Coincidence has nothing to do with it， Langdon knew. Asking Jacques Saunière to endorse a manuscript on goddess worship was as obvious as asking Tiger Woods to endorse a book on golf. Moreover， it was virtually guaranteed that any book on goddess worship would have to mention the Priory of Sion.
“Here's the million-dollar question，” Teabing said， still chuckling. “Was your position on the Priory favorable or unfavorable？”
Langdon could hear Teabing's true meaning loud and clear. Many historians questioned why the Priory was still keeping the Sangreal documents hidden. Some felt the information should have been shared with the world long ago. “I took no position on the Priory's actions.”
“You mean lack thereof.”
Langdon shrugged. Teabing was apparently on the side of making the documents public. “I simply provided history on the brotherhood and described them as a modern goddess worship society， keepers of the Grail， and guardians of ancient documents.”
Sophie looked at him. “Did you mention the keystone？”
Langdon winced. He had. Numerous times. “I talked about the supposed keystone as an example of the lengths to which the Priory would go to protect the Sangreal documents.”
Sophie looked amazed. “I guess that explains P.S. Find Robert Langdon.”
Langdon sensed it was actually something else in the manuscript that had piqued Saunière's interest， but that topic was something he would discuss with Sophie when they were alone.
“So，” Sophie said， “you lied to Captain Fache.”
“What？” Langdon demanded.
“You told him you had never corresponded with my grandfather.”
“I didn't！ My editor sent him a manuscript.”
“Think about it， Robert. If Captain Fache didn't find the envelope in which your editor sent the manuscript， he would have to conclude that you sent it.” She paused. “Or worse， that you hand-delivered it and lied about it.”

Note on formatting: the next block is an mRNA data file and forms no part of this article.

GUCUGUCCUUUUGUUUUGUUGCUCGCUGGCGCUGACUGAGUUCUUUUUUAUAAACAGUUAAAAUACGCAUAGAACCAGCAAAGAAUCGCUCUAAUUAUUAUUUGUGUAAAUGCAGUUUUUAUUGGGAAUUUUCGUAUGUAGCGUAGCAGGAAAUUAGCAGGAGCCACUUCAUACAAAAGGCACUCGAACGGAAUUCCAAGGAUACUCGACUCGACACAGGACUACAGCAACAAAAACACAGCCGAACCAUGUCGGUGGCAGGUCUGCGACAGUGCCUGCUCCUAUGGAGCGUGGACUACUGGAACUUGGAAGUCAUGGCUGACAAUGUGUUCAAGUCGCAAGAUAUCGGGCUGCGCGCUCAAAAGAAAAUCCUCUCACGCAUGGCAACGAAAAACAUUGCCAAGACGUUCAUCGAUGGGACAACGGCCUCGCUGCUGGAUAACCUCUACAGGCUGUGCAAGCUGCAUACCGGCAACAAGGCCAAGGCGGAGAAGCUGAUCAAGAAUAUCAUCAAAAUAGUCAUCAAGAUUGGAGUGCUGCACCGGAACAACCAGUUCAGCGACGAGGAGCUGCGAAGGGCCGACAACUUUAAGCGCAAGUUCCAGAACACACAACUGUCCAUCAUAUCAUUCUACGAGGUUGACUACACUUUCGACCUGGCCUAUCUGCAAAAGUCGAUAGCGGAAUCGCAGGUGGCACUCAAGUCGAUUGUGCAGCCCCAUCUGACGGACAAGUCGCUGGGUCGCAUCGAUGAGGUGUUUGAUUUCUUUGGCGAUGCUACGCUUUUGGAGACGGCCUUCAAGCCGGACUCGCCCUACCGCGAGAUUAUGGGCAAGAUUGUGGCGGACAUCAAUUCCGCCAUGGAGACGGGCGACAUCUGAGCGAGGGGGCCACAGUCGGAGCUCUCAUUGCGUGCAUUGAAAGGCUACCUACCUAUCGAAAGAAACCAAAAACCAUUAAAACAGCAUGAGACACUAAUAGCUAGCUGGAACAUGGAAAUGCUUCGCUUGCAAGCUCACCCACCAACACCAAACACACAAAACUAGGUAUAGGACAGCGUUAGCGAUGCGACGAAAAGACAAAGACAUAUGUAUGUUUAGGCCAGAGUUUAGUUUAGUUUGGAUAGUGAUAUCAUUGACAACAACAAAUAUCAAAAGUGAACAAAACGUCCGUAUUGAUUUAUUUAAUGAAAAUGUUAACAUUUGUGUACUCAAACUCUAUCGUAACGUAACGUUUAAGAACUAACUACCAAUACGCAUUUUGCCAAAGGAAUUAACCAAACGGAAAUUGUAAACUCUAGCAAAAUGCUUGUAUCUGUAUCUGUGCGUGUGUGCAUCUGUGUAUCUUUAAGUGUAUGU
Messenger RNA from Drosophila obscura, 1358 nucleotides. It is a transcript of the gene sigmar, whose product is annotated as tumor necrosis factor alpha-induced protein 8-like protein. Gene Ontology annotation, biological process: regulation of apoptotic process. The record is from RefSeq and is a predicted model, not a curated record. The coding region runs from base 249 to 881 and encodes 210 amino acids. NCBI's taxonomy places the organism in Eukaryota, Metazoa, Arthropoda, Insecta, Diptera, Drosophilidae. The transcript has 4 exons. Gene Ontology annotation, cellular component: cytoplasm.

When the Range Rover arrived at Le Bourget Airfield， Rémy drove to a small hangar at the far end
of the airstrip. As they approached， a tousled man in wrinkled khakis hurried from the hangar， waved， and slid open the enormous corrugated metal door to reveal a sleek white jet within.
Langdon stared at the glistening fuselage. “That's Elizabeth？”
Teabing grinned. “Beats the bloody Chunnel.”
The man in khakis hurried toward them， squinting into the headlights. “Almost ready， sir，” he called in a British accent. “My apologies for the delay， but you took me by surprise and-” He stopped short as the group unloaded. He looked at Sophie and Langdon， and then Teabing.
Teabing said， “My associates and I have urgent business in London. We've no time to waste. Please prepare to depart immediately.” As he spoke， Teabing took the pistol out of the vehicle and handed it to Langdon.
The pilot's eyes bulged at the sight of the weapon. He walked over to Teabing and whispered， “Sir， my humble apologies， but my diplomatic flight allowance provides only for you and your manservant. I cannot take your guests.”
“Richard，” Teabing said， smiling warmly， “two thousand pounds sterling and that loaded gun say you can take my guests.” He motioned to the Range Rover. “And the unfortunate fellow in the back.”